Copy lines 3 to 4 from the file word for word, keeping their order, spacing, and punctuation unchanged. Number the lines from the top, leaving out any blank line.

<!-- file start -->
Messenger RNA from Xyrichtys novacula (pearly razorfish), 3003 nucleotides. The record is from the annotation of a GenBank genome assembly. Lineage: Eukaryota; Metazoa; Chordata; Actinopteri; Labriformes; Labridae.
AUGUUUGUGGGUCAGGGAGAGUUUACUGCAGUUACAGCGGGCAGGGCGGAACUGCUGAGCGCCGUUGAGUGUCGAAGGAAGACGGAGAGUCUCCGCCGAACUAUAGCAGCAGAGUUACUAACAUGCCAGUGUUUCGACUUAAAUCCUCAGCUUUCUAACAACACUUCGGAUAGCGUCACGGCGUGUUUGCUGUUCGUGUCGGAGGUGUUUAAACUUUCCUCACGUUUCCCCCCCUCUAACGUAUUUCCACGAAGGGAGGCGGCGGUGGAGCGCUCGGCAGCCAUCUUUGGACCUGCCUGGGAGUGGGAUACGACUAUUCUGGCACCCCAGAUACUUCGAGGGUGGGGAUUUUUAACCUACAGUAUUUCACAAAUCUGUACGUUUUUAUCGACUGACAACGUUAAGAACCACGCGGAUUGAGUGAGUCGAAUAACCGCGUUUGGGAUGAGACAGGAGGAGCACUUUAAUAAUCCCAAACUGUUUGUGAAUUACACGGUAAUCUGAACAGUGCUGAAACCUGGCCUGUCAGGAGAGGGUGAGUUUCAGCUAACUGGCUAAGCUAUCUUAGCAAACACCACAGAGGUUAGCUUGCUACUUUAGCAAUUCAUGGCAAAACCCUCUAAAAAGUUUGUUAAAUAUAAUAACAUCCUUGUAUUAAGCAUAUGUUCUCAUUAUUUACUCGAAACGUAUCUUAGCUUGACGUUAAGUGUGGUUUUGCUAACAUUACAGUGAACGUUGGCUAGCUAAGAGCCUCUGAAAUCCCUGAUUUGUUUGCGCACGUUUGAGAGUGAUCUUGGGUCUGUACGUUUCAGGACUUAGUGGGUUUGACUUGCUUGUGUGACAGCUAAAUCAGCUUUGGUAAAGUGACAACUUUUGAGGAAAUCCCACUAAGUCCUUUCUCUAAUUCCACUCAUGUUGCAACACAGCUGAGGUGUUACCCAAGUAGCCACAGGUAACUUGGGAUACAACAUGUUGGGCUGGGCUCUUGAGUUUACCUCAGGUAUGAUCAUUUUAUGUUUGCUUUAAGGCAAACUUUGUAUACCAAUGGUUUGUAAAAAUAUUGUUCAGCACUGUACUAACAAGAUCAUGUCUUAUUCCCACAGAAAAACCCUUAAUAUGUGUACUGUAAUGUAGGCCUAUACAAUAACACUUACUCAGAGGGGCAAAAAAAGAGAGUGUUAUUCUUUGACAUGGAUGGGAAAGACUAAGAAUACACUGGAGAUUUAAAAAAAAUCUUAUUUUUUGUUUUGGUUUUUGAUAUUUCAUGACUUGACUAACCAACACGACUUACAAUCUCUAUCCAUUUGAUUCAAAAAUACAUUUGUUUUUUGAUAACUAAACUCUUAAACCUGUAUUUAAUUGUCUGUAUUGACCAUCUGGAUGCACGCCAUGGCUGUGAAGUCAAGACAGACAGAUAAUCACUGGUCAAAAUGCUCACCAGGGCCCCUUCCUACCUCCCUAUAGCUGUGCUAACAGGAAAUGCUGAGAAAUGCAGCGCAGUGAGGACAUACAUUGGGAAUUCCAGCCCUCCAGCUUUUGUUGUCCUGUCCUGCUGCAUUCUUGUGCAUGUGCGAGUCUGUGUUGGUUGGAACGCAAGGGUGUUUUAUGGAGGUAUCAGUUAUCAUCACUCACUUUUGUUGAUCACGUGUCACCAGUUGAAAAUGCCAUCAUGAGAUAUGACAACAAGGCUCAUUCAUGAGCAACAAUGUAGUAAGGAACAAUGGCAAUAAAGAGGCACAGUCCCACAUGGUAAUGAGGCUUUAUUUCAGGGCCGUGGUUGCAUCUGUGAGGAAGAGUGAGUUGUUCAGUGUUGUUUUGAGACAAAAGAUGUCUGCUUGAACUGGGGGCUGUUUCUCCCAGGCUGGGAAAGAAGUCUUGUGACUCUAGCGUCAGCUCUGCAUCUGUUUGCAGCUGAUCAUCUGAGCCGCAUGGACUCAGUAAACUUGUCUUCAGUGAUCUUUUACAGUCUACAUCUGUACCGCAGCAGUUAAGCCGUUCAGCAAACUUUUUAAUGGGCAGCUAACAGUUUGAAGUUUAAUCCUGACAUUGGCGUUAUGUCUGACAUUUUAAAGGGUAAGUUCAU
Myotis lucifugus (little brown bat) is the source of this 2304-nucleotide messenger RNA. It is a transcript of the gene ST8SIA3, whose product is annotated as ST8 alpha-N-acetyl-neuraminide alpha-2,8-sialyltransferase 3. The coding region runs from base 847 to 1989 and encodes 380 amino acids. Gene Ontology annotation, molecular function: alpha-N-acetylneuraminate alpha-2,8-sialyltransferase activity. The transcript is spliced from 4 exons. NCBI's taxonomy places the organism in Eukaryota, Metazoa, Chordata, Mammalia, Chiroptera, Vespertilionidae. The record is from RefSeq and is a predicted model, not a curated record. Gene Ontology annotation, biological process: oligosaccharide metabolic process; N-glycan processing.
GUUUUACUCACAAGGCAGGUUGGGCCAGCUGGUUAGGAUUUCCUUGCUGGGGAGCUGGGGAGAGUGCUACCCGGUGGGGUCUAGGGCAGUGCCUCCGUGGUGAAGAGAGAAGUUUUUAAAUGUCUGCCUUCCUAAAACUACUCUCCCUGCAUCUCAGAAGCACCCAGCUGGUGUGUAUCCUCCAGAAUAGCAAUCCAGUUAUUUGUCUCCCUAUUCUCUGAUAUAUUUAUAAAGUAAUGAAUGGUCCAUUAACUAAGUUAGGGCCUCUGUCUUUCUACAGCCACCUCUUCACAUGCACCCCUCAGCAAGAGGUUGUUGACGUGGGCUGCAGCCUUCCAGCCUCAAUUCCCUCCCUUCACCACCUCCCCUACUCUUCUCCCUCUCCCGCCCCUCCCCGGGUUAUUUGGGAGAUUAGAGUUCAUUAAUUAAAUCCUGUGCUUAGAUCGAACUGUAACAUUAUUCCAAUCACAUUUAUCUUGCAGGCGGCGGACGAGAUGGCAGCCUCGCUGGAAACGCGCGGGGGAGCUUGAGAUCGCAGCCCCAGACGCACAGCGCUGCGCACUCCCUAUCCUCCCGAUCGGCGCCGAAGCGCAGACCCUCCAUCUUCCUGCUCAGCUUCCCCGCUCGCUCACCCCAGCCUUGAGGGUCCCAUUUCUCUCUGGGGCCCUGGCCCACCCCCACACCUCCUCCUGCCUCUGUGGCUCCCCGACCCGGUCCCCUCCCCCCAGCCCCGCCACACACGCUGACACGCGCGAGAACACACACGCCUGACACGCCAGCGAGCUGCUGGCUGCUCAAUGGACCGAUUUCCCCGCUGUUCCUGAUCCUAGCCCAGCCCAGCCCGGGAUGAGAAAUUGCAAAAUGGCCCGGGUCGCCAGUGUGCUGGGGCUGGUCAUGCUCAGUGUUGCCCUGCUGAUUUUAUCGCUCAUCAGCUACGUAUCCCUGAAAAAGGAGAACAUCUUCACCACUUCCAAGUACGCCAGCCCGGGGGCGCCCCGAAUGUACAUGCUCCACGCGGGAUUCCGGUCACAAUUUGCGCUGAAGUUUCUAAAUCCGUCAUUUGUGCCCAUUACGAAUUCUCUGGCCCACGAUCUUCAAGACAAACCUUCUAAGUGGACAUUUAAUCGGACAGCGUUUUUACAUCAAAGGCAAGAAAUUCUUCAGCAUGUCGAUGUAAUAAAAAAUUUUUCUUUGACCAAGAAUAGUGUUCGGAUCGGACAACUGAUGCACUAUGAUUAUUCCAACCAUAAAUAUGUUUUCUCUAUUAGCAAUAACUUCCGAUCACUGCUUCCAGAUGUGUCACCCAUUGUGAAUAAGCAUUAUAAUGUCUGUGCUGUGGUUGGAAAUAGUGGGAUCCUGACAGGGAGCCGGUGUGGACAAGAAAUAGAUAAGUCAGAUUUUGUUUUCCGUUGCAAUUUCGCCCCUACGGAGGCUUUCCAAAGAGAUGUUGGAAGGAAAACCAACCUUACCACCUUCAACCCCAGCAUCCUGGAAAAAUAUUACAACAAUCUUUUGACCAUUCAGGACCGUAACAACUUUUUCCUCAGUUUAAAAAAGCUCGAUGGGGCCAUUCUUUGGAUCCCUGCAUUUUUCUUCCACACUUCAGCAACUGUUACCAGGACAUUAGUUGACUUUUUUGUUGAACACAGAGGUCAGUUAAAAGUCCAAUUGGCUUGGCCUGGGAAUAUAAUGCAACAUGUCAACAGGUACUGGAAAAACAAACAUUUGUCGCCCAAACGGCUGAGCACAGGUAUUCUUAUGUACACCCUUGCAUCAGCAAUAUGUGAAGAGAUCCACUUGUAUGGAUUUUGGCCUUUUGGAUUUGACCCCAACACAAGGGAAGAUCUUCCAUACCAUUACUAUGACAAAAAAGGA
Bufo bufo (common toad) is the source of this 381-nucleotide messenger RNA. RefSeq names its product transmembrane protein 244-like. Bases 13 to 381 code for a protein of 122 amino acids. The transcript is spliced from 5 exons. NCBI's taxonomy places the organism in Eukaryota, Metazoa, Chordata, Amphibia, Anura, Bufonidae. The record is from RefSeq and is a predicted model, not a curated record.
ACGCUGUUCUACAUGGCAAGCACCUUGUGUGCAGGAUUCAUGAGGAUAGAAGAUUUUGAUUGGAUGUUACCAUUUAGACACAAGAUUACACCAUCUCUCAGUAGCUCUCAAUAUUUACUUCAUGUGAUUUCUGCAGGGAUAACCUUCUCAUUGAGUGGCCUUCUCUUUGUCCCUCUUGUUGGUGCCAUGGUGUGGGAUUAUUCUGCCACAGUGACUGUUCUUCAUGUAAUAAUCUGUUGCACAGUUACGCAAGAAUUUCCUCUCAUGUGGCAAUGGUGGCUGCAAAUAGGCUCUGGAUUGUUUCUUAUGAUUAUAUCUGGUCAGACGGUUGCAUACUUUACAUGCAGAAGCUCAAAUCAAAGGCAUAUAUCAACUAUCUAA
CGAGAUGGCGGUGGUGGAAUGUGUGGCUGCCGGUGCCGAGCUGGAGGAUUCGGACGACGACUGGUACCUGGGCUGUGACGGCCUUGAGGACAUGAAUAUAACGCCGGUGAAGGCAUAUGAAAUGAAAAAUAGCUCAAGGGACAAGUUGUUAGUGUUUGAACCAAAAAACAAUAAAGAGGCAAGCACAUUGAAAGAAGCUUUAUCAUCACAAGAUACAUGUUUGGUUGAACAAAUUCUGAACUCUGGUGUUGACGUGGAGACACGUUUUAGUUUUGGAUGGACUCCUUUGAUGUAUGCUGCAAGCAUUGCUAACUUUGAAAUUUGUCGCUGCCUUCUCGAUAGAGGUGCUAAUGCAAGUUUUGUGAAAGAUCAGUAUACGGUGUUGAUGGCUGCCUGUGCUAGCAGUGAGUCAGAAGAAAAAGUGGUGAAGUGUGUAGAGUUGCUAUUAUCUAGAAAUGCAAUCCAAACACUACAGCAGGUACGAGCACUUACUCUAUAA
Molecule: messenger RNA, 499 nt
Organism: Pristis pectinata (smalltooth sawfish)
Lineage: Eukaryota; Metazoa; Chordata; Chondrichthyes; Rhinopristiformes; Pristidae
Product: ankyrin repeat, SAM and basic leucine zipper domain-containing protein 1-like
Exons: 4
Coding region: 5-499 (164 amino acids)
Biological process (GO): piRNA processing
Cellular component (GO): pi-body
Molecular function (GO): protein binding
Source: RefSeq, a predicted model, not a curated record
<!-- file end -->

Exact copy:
Myotis lucifugus (little brown bat) is the source of this 2304-nucleotide messenger RNA. It is a transcript of the gene ST8SIA3, whose product is annotated as ST8 alpha-N-acetyl-neuraminide alpha-2,8-sialyltransferase 3. The coding region runs from base 847 to 1989 and encodes 380 amino acids. Gene Ontology annotation, molecular function: alpha-N-acetylneuraminate alpha-2,8-sialyltransferase activity. The transcript is spliced from 4 exons. NCBI's taxonomy places the organism in Eukaryota, Metazoa, Chordata, Mammalia, Chiroptera, Vespertilionidae. The record is from RefSeq and is a predicted model, not a curated record. Gene Ontology annotation, biological process: oligosaccharide metabolic process; N-glycan processing.
GUUUUACUCACAAGGCAGGUUGGGCCAGCUGGUUAGGAUUUCCUUGCUGGGGAGCUGGGGAGAGUGCUACCCGGUGGGGUCUAGGGCAGUGCCUCCGUGGUGAAGAGAGAAGUUUUUAAAUGUCUGCCUUCCUAAAACUACUCUCCCUGCAUCUCAGAAGCACCCAGCUGGUGUGUAUCCUCCAGAAUAGCAAUCCAGUUAUUUGUCUCCCUAUUCUCUGAUAUAUUUAUAAAGUAAUGAAUGGUCCAUUAACUAAGUUAGGGCCUCUGUCUUUCUACAGCCACCUCUUCACAUGCACCCCUCAGCAAGAGGUUGUUGACGUGGGCUGCAGCCUUCCAGCCUCAAUUCCCUCCCUUCACCACCUCCCCUACUCUUCUCCCUCUCCCGCCCCUCCCCGGGUUAUUUGGGAGAUUAGAGUUCAUUAAUUAAAUCCUGUGCUUAGAUCGAACUGUAACAUUAUUCCAAUCACAUUUAUCUUGCAGGCGGCGGACGAGAUGGCAGCCUCGCUGGAAACGCGCGGGGGAGCUUGAGAUCGCAGCCCCAGACGCACAGCGCUGCGCACUCCCUAUCCUCCCGAUCGGCGCCGAAGCGCAGACCCUCCAUCUUCCUGCUCAGCUUCCCCGCUCGCUCACCCCAGCCUUGAGGGUCCCAUUUCUCUCUGGGGCCCUGGCCCACCCCCACACCUCCUCCUGCCUCUGUGGCUCCCCGACCCGGUCCCCUCCCCCCAGCCCCGCCACACACGCUGACACGCGCGAGAACACACACGCCUGACACGCCAGCGAGCUGCUGGCUGCUCAAUGGACCGAUUUCCCCGCUGUUCCUGAUCCUAGCCCAGCCCAGCCCGGGAUGAGAAAUUGCAAAAUGGCCCGGGUCGCCAGUGUGCUGGGGCUGGUCAUGCUCAGUGUUGCCCUGCUGAUUUUAUCGCUCAUCAGCUACGUAUCCCUGAAAAAGGAGAACAUCUUCACCACUUCCAAGUACGCCAGCCCGGGGGCGCCCCGAAUGUACAUGCUCCACGCGGGAUUCCGGUCACAAUUUGCGCUGAAGUUUCUAAAUCCGUCAUUUGUGCCCAUUACGAAUUCUCUGGCCCACGAUCUUCAAGACAAACCUUCUAAGUGGACAUUUAAUCGGACAGCGUUUUUACAUCAAAGGCAAGAAAUUCUUCAGCAUGUCGAUGUAAUAAAAAAUUUUUCUUUGACCAAGAAUAGUGUUCGGAUCGGACAACUGAUGCACUAUGAUUAUUCCAACCAUAAAUAUGUUUUCUCUAUUAGCAAUAACUUCCGAUCACUGCUUCCAGAUGUGUCACCCAUUGUGAAUAAGCAUUAUAAUGUCUGUGCUGUGGUUGGAAAUAGUGGGAUCCUGACAGGGAGCCGGUGUGGACAAGAAAUAGAUAAGUCAGAUUUUGUUUUCCGUUGCAAUUUCGCCCCUACGGAGGCUUUCCAAAGAGAUGUUGGAAGGAAAACCAACCUUACCACCUUCAACCCCAGCAUCCUGGAAAAAUAUUACAACAAUCUUUUGACCAUUCAGGACCGUAACAACUUUUUCCUCAGUUUAAAAAAGCUCGAUGGGGCCAUUCUUUGGAUCCCUGCAUUUUUCUUCCACACUUCAGCAACUGUUACCAGGACAUUAGUUGACUUUUUUGUUGAACACAGAGGUCAGUUAAAAGUCCAAUUGGCUUGGCCUGGGAAUAUAAUGCAACAUGUCAACAGGUACUGGAAAAACAAACAUUUGUCGCCCAAACGGCUGAGCACAGGUAUUCUUAUGUACACCCUUGCAUCAGCAAUAUGUGAAGAGAUCCACUUGUAUGGAUUUUGGCCUUUUGGAUUUGACCCCAACACAAGGGAAGAUCUUCCAUACCAUUACUAUGACAAAAAAGGA